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The rise of the digital CMO: Marketing for a reimagined future
Digital Strategy

The rise of the digital CMO: Marketing for a reimagined future

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James Lawrence — March 2021

The role — and influence — of chief marketing officers has been dramatically elevated in recent years by the advanced technologies at their fingertips. Two leading CMOs discuss their journey to becoming digital leaders.


A powerful combination of digital technology and advanced data analytics has prompted a huge transformation in the world of marketing in recent years, as organizations leverage techniques such as mass personalization, automation, social listening and data-gathering at scale. What’s more, as with almost every business trend, such shifts have been rapidly accelerated by the enormous social changes brought about by the Covid-19 pandemic.

To understand better how some of the world’s leading companies are responding to the challenge of keeping pace with changing customer demands and maximizing the value of martech, we spoke to two marketing chiefs, from The Washington Post, one of the US’s largest and most respected news organizations, and Japan Airlines (JAL), the flag carrier of the world’s third-largest economy.

Q: To what extent do marketers need to have a good understanding of digital technology these days?

Miki Toliver King, The Washington Post
There’s really never been any part of my career as a senior marketer that didn’t heavily involve collaboration with engineering and technology teams. And my expectations for my team are very much that they can speak the language that our product and engineering teams do, perhaps not down to the actual coding of a particular function, but really in every other aspect. In fact, in the last three to four years, I have been exclusively hiring for a technical skillset in marketers that I wasn’t necessarily looking for seven or eight years ago.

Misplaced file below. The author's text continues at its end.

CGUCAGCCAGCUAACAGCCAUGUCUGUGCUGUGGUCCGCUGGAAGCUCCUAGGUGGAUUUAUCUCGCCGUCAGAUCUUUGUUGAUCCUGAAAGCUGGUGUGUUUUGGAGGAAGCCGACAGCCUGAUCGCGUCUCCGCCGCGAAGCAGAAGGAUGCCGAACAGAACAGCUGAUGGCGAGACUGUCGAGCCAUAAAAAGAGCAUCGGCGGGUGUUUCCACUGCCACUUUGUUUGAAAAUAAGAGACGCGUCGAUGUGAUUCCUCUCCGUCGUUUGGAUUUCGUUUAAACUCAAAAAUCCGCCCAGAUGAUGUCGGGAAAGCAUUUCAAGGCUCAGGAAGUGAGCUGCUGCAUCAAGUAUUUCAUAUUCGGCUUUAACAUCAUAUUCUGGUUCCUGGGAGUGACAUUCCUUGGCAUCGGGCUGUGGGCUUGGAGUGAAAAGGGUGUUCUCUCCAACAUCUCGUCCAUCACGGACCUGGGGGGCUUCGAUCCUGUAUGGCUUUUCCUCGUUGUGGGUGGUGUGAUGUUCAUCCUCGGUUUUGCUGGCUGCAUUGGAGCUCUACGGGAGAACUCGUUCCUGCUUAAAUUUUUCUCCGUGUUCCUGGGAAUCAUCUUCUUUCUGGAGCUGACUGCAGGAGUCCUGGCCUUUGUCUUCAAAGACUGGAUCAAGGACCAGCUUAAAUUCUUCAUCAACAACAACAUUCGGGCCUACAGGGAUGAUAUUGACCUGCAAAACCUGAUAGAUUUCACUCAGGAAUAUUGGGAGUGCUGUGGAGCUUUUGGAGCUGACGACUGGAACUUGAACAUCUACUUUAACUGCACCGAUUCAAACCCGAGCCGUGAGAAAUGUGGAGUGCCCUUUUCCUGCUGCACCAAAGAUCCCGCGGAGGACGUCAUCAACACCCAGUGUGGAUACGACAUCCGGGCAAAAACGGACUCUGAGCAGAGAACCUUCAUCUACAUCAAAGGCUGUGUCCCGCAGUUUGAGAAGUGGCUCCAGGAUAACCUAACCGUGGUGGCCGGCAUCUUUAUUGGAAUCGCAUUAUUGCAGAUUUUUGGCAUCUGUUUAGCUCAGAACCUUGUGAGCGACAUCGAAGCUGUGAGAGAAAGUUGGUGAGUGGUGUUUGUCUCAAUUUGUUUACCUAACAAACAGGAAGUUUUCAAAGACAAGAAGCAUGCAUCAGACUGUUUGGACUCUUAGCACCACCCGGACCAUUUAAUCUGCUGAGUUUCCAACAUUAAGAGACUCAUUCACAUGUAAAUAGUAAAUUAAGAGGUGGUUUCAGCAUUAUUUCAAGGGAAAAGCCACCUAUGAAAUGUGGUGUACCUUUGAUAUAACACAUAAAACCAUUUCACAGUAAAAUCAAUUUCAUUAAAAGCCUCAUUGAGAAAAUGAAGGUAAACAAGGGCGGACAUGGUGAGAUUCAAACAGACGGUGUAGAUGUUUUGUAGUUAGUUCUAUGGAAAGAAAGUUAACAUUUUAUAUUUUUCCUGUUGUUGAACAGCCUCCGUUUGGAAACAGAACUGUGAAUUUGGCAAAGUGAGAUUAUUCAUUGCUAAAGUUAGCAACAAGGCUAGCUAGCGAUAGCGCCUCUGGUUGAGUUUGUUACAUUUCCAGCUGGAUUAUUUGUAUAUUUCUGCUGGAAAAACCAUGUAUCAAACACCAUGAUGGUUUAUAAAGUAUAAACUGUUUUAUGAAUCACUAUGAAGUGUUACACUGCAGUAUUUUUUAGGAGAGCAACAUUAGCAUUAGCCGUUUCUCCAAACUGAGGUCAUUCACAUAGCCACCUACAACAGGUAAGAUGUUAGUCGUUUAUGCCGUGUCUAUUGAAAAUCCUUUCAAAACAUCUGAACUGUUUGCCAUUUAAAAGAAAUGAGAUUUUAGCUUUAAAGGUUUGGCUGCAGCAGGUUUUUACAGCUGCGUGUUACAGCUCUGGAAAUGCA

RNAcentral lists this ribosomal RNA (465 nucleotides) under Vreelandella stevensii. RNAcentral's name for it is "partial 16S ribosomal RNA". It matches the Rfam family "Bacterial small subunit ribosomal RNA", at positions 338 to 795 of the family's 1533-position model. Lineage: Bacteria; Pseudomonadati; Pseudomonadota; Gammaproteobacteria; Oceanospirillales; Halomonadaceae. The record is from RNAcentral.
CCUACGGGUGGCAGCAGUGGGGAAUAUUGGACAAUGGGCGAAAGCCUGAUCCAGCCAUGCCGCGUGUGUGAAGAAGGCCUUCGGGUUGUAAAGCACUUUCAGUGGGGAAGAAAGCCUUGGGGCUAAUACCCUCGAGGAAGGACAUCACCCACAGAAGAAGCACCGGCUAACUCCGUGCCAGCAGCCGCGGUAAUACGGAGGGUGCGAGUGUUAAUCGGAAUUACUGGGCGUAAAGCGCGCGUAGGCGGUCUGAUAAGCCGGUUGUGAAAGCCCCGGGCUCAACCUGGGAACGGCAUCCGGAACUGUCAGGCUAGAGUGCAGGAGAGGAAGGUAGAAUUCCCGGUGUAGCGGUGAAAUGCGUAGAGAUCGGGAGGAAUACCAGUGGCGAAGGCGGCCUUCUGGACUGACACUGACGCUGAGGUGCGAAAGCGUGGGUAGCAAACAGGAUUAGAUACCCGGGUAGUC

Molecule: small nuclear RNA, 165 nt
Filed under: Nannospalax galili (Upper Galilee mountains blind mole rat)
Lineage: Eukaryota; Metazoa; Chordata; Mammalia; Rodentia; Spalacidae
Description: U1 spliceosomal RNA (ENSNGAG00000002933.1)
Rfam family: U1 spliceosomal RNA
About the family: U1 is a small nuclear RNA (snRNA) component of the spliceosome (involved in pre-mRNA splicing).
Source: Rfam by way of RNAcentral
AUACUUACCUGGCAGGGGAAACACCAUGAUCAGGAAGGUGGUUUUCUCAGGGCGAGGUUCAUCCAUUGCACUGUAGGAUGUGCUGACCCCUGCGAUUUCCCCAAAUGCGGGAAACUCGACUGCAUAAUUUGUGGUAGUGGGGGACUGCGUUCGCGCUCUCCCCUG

“WashingtonPost CMO Miki Toliver King=

As we think about the next generation of marketers and business leaders, I often have conversations with interns or students about what sort of skills they need to have coming into the industry. I tell them, hands down, they’ve got to take basic courses in software development, and they have to know basic coding language.

There’s no way to function as a marketer and to grow in your career without having some degree of digital experience and expertise. My team members that are my most valuable players are those who are working in lockstep with our engineering team.

Akira Mitsumasu, VP of global marketing, JAL
Our relationship with technology is about both understanding customer needs, and meeting customer needs. So it could be things like bringing in ‘any time’ service during a flight, where customers are able to order from their entertainment system, instead of the old way of having set times for meals; but also using data to co-create a valuable understanding of how customers use our products and services.

The most recent example is our launch of touchless check-in kiosks in response to travellers’ needs during Covid-19.  We are also using extensively our JAL Sky Concierge, which, in addition to providing our customers with updates and notification, is also used internally amongst staff to empower them with information about customers. We use it to solve the problem of a fragmented customer experience at different touchpoints. To do so, we’ve built into the system the capability to pass on information from one touchpoint to another, so, for example, if we’ve learned of a customer’s preference in the lounge, we can then seamlessly pass that to the cabin crew.

“Akira Mitsumasu, VP of global marketing, Japan Airlines=
Akira Mitsumasu, VP of global marketing, Japan Airlines

Q: Who should take responsibility for martech within an organization? And how crucial is the relationship with IT?
Akira Mitsumasu, JAL
I think it depends very much on not just corporate structure, but also on corporate culture. So whatever works best in one company may not work equally well in another. In our case with JAL, the user department typically owns the technology, so with martech, it’s the marketing department.

However, to make that work, we form cross-functional project teams. For example, for our digital marketing platform, we bring in customer service because they own the customer data, the loyalty department because they have the loyalty data, the IT department because they will guide us with the right architecture and deal with any interoperability issues, and also our contact center and our revenue management teams. Then we have someone who steps back to have a bird’s eye view of the whole integration and how the work and data flow.

Miki Toliver King, The Washington Post
As a result of restructuring in 2019, my team is heavily integrated with our technology and product teams. We formed what we call ‘the sub hub,’ which is a fully cross-functional team of marketers, analytics professionals, engineers and product team members, who work together on bringing to our audiences the content that we’re producing. We work together on everything from testing and learning about what it is that our readers are most interested in, to building the products that we ultimately bring to market.